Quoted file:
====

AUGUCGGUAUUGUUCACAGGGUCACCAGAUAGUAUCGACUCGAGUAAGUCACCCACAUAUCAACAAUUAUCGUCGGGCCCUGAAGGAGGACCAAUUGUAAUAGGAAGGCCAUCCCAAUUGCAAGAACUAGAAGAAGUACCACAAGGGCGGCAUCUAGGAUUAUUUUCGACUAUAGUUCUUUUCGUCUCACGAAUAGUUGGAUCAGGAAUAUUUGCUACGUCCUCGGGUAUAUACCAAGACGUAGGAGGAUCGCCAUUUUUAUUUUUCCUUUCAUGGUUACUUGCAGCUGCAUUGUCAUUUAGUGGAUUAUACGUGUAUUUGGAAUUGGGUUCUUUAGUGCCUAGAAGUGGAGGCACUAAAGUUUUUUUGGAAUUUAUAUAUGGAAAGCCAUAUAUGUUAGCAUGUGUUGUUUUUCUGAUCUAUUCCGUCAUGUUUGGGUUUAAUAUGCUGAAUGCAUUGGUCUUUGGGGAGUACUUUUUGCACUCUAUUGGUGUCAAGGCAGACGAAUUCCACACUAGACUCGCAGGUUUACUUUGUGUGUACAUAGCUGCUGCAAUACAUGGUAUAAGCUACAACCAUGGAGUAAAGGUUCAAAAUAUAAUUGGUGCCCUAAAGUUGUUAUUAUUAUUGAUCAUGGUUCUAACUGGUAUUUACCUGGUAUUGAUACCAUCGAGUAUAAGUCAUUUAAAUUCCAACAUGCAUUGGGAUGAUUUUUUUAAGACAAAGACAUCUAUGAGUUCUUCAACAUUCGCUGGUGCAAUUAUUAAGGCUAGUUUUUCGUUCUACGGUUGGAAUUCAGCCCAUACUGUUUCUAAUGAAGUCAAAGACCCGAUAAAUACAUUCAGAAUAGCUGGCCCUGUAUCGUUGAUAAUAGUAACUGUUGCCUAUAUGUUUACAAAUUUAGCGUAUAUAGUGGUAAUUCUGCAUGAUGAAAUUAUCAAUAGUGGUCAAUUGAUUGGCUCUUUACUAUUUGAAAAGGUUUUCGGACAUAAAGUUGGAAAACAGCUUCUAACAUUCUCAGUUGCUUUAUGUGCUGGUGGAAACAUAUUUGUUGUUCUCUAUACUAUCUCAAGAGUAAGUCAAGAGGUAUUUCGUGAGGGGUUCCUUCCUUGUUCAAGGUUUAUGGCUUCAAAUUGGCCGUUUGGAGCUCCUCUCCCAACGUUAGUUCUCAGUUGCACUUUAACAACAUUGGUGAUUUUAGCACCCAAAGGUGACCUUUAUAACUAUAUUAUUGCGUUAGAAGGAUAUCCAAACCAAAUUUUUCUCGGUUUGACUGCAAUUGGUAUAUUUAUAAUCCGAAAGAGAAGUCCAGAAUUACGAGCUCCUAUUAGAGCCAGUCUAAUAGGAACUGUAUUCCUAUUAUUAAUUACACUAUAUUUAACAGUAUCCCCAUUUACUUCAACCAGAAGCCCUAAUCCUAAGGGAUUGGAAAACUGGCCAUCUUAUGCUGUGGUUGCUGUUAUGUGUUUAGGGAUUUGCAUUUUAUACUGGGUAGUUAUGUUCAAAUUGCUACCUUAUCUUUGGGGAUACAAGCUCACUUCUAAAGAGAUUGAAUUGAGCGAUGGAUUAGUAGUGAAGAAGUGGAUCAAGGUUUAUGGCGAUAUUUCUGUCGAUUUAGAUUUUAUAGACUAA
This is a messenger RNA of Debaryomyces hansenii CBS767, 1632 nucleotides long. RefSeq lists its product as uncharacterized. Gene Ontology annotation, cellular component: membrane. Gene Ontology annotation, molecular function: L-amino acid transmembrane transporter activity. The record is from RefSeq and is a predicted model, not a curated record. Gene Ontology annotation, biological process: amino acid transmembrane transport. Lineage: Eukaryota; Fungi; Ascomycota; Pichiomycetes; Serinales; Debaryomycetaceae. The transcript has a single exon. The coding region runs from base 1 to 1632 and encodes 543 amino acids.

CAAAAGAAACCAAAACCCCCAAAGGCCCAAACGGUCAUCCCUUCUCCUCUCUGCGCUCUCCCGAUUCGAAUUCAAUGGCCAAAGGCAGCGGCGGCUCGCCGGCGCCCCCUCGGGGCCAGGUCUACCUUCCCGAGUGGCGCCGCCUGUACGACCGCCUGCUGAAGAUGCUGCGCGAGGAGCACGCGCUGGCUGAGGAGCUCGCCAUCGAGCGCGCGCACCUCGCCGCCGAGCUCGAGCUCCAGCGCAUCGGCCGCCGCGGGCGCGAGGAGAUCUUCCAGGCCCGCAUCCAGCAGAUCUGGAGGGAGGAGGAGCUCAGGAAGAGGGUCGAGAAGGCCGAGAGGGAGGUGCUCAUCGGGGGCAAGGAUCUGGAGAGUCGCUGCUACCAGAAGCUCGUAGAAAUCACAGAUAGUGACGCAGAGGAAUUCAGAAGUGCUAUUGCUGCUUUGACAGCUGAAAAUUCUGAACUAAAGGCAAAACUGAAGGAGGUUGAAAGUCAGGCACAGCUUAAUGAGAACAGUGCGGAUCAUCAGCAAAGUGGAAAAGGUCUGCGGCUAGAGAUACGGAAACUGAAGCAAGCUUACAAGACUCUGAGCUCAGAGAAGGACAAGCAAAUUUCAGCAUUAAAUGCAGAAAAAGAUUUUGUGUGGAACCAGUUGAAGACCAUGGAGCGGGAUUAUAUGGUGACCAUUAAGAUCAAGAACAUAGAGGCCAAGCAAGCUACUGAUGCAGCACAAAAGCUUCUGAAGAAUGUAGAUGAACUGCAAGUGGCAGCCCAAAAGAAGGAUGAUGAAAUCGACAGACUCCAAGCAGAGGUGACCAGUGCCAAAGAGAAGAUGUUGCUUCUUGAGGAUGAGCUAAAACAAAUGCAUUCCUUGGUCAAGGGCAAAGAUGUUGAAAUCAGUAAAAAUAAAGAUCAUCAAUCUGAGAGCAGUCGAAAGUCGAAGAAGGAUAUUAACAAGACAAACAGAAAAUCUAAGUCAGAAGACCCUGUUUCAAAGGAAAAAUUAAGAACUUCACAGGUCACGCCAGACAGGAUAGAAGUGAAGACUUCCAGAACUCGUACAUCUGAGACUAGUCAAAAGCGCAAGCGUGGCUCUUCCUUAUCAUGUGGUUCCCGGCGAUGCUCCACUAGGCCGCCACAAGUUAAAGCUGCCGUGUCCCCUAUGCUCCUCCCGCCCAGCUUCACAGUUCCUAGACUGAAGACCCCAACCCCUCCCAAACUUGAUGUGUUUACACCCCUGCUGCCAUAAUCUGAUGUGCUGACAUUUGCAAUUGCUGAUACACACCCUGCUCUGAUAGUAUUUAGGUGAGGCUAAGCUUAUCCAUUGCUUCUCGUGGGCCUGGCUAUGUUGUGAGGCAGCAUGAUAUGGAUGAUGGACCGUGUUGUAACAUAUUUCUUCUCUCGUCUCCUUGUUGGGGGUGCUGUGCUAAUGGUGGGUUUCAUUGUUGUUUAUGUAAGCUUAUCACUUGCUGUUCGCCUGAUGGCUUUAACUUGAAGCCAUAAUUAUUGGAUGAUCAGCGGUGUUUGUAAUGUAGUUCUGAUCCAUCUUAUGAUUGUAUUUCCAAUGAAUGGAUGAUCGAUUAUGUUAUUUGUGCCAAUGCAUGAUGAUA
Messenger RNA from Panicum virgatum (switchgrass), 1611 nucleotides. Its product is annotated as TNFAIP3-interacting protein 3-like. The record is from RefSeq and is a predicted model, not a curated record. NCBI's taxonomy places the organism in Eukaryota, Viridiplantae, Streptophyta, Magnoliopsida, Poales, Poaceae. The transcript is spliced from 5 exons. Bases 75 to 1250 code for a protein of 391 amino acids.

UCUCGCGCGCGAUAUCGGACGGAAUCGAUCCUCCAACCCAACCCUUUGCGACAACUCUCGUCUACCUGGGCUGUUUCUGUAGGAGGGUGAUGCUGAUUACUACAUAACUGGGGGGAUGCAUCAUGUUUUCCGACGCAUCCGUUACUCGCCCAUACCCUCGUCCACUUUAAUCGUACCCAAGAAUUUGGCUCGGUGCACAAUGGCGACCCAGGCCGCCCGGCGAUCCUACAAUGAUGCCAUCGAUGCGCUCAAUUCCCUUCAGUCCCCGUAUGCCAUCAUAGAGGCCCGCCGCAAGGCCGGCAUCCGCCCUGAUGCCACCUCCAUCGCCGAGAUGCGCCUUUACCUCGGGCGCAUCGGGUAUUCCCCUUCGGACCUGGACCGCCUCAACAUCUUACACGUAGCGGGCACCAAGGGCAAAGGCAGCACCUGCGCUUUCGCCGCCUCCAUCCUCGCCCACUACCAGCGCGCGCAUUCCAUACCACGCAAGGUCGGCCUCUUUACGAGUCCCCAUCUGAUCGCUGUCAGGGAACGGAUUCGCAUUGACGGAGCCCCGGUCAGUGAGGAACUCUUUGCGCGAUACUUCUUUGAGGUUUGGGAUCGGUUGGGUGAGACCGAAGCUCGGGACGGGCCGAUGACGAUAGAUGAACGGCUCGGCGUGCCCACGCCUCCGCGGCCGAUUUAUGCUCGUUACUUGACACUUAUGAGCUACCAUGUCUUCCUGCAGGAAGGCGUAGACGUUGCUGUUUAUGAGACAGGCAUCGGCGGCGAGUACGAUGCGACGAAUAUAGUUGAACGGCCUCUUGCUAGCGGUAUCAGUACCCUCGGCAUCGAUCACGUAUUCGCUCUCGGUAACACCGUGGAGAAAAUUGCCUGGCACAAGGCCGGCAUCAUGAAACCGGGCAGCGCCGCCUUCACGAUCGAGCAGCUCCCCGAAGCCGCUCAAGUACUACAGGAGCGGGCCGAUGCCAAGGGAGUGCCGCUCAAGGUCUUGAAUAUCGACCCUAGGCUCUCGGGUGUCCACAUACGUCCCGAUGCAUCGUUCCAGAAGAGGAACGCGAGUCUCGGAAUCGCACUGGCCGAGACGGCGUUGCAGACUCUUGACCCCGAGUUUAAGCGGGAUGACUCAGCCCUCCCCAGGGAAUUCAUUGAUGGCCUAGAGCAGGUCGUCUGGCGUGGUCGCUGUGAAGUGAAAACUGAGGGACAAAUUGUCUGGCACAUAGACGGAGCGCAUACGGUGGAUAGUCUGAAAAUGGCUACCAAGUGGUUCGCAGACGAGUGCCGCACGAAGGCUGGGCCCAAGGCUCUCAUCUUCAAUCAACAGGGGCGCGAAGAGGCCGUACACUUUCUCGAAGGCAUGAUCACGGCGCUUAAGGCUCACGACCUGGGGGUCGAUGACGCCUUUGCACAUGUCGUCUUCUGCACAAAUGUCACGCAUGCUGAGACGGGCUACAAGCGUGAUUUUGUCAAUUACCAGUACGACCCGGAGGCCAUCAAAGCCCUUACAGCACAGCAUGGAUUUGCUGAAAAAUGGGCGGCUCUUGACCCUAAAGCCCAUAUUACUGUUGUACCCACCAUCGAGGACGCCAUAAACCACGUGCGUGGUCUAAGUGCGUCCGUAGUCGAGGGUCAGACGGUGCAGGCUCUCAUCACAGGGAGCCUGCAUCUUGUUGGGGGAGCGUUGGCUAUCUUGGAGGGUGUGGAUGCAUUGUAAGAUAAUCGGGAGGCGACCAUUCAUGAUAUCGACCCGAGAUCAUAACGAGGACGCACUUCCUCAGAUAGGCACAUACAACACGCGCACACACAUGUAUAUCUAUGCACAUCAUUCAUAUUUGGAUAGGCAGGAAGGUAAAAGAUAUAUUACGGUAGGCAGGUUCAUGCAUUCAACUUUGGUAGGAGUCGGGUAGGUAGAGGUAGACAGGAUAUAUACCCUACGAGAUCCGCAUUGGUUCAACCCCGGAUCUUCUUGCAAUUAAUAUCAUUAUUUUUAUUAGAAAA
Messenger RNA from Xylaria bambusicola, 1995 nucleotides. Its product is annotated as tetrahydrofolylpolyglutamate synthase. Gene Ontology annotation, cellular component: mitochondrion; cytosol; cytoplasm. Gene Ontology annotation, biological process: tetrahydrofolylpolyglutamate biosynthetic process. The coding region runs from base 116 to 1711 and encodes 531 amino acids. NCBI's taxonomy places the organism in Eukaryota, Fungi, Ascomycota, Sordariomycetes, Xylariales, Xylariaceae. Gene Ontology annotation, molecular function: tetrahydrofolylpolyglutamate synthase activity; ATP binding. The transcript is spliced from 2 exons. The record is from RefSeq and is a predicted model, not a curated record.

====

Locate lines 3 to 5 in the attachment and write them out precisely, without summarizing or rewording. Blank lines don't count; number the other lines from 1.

CAAAAGAAACCAAAACCCCCAAAGGCCCAAACGGUCAUCCCUUCUCCUCUCUGCGCUCUCCCGAUUCGAAUUCAAUGGCCAAAGGCAGCGGCGGCUCGCCGGCGCCCCCUCGGGGCCAGGUCUACCUUCCCGAGUGGCGCCGCCUGUACGACCGCCUGCUGAAGAUGCUGCGCGAGGAGCACGCGCUGGCUGAGGAGCUCGCCAUCGAGCGCGCGCACCUCGCCGCCGAGCUCGAGCUCCAGCGCAUCGGCCGCCGCGGGCGCGAGGAGAUCUUCCAGGCCCGCAUCCAGCAGAUCUGGAGGGAGGAGGAGCUCAGGAAGAGGGUCGAGAAGGCCGAGAGGGAGGUGCUCAUCGGGGGCAAGGAUCUGGAGAGUCGCUGCUACCAGAAGCUCGUAGAAAUCACAGAUAGUGACGCAGAGGAAUUCAGAAGUGCUAUUGCUGCUUUGACAGCUGAAAAUUCUGAACUAAAGGCAAAACUGAAGGAGGUUGAAAGUCAGGCACAGCUUAAUGAGAACAGUGCGGAUCAUCAGCAAAGUGGAAAAGGUCUGCGGCUAGAGAUACGGAAACUGAAGCAAGCUUACAAGACUCUGAGCUCAGAGAAGGACAAGCAAAUUUCAGCAUUAAAUGCAGAAAAAGAUUUUGUGUGGAACCAGUUGAAGACCAUGGAGCGGGAUUAUAUGGUGACCAUUAAGAUCAAGAACAUAGAGGCCAAGCAAGCUACUGAUGCAGCACAAAAGCUUCUGAAGAAUGUAGAUGAACUGCAAGUGGCAGCCCAAAAGAAGGAUGAUGAAAUCGACAGACUCCAAGCAGAGGUGACCAGUGCCAAAGAGAAGAUGUUGCUUCUUGAGGAUGAGCUAAAACAAAUGCAUUCCUUGGUCAAGGGCAAAGAUGUUGAAAUCAGUAAAAAUAAAGAUCAUCAAUCUGAGAGCAGUCGAAAGUCGAAGAAGGAUAUUAACAAGACAAACAGAAAAUCUAAGUCAGAAGACCCUGUUUCAAAGGAAAAAUUAAGAACUUCACAGGUCACGCCAGACAGGAUAGAAGUGAAGACUUCCAGAACUCGUACAUCUGAGACUAGUCAAAAGCGCAAGCGUGGCUCUUCCUUAUCAUGUGGUUCCCGGCGAUGCUCCACUAGGCCGCCACAAGUUAAAGCUGCCGUGUCCCCUAUGCUCCUCCCGCCCAGCUUCACAGUUCCUAGACUGAAGACCCCAACCCCUCCCAAACUUGAUGUGUUUACACCCCUGCUGCCAUAAUCUGAUGUGCUGACAUUUGCAAUUGCUGAUACACACCCUGCUCUGAUAGUAUUUAGGUGAGGCUAAGCUUAUCCAUUGCUUCUCGUGGGCCUGGCUAUGUUGUGAGGCAGCAUGAUAUGGAUGAUGGACCGUGUUGUAACAUAUUUCUUCUCUCGUCUCCUUGUUGGGGGUGCUGUGCUAAUGGUGGGUUUCAUUGUUGUUUAUGUAAGCUUAUCACUUGCUGUUCGCCUGAUGGCUUUAACUUGAAGCCAUAAUUAUUGGAUGAUCAGCGGUGUUUGUAAUGUAGUUCUGAUCCAUCUUAUGAUUGUAUUUCCAAUGAAUGGAUGAUCGAUUAUGUUAUUUGUGCCAAUGCAUGAUGAUA
Messenger RNA from Panicum virgatum (switchgrass), 1611 nucleotides. Its product is annotated as TNFAIP3-interacting protein 3-like. The record is from RefSeq and is a predicted model, not a curated record. NCBI's taxonomy places the organism in Eukaryota, Viridiplantae, Streptophyta, Magnoliopsida, Poales, Poaceae. The transcript is spliced from 5 exons. Bases 75 to 1250 code for a protein of 391 amino acids.

UCUCGCGCGCGAUAUCGGACGGAAUCGAUCCUCCAACCCAACCCUUUGCGACAACUCUCGUCUACCUGGGCUGUUUCUGUAGGAGGGUGAUGCUGAUUACUACAUAACUGGGGGGAUGCAUCAUGUUUUCCGACGCAUCCGUUACUCGCCCAUACCCUCGUCCACUUUAAUCGUACCCAAGAAUUUGGCUCGGUGCACAAUGGCGACCCAGGCCGCCCGGCGAUCCUACAAUGAUGCCAUCGAUGCGCUCAAUUCCCUUCAGUCCCCGUAUGCCAUCAUAGAGGCCCGCCGCAAGGCCGGCAUCCGCCCUGAUGCCACCUCCAUCGCCGAGAUGCGCCUUUACCUCGGGCGCAUCGGGUAUUCCCCUUCGGACCUGGACCGCCUCAACAUCUUACACGUAGCGGGCACCAAGGGCAAAGGCAGCACCUGCGCUUUCGCCGCCUCCAUCCUCGCCCACUACCAGCGCGCGCAUUCCAUACCACGCAAGGUCGGCCUCUUUACGAGUCCCCAUCUGAUCGCUGUCAGGGAACGGAUUCGCAUUGACGGAGCCCCGGUCAGUGAGGAACUCUUUGCGCGAUACUUCUUUGAGGUUUGGGAUCGGUUGGGUGAGACCGAAGCUCGGGACGGGCCGAUGACGAUAGAUGAACGGCUCGGCGUGCCCACGCCUCCGCGGCCGAUUUAUGCUCGUUACUUGACACUUAUGAGCUACCAUGUCUUCCUGCAGGAAGGCGUAGACGUUGCUGUUUAUGAGACAGGCAUCGGCGGCGAGUACGAUGCGACGAAUAUAGUUGAACGGCCUCUUGCUAGCGGUAUCAGUACCCUCGGCAUCGAUCACGUAUUCGCUCUCGGUAACACCGUGGAGAAAAUUGCCUGGCACAAGGCCGGCAUCAUGAAACCGGGCAGCGCCGCCUUCACGAUCGAGCAGCUCCCCGAAGCCGCUCAAGUACUACAGGAGCGGGCCGAUGCCAAGGGAGUGCCGCUCAAGGUCUUGAAUAUCGACCCUAGGCUCUCGGGUGUCCACAUACGUCCCGAUGCAUCGUUCCAGAAGAGGAACGCGAGUCUCGGAAUCGCACUGGCCGAGACGGCGUUGCAGACUCUUGACCCCGAGUUUAAGCGGGAUGACUCAGCCCUCCCCAGGGAAUUCAUUGAUGGCCUAGAGCAGGUCGUCUGGCGUGGUCGCUGUGAAGUGAAAACUGAGGGACAAAUUGUCUGGCACAUAGACGGAGCGCAUACGGUGGAUAGUCUGAAAAUGGCUACCAAGUGGUUCGCAGACGAGUGCCGCACGAAGGCUGGGCCCAAGGCUCUCAUCUUCAAUCAACAGGGGCGCGAAGAGGCCGUACACUUUCUCGAAGGCAUGAUCACGGCGCUUAAGGCUCACGACCUGGGGGUCGAUGACGCCUUUGCACAUGUCGUCUUCUGCACAAAUGUCACGCAUGCUGAGACGGGCUACAAGCGUGAUUUUGUCAAUUACCAGUACGACCCGGAGGCCAUCAAAGCCCUUACAGCACAGCAUGGAUUUGCUGAAAAAUGGGCGGCUCUUGACCCUAAAGCCCAUAUUACUGUUGUACCCACCAUCGAGGACGCCAUAAACCACGUGCGUGGUCUAAGUGCGUCCGUAGUCGAGGGUCAGACGGUGCAGGCUCUCAUCACAGGGAGCCUGCAUCUUGUUGGGGGAGCGUUGGCUAUCUUGGAGGGUGUGGAUGCAUUGUAAGAUAAUCGGGAGGCGACCAUUCAUGAUAUCGACCCGAGAUCAUAACGAGGACGCACUUCCUCAGAUAGGCACAUACAACACGCGCACACACAUGUAUAUCUAUGCACAUCAUUCAUAUUUGGAUAGGCAGGAAGGUAAAAGAUAUAUUACGGUAGGCAGGUUCAUGCAUUCAACUUUGGUAGGAGUCGGGUAGGUAGAGGUAGACAGGAUAUAUACCCUACGAGAUCCGCAUUGGUUCAACCCCGGAUCUUCUUGCAAUUAAUAUCAUUAUUUUUAUUAGAAAA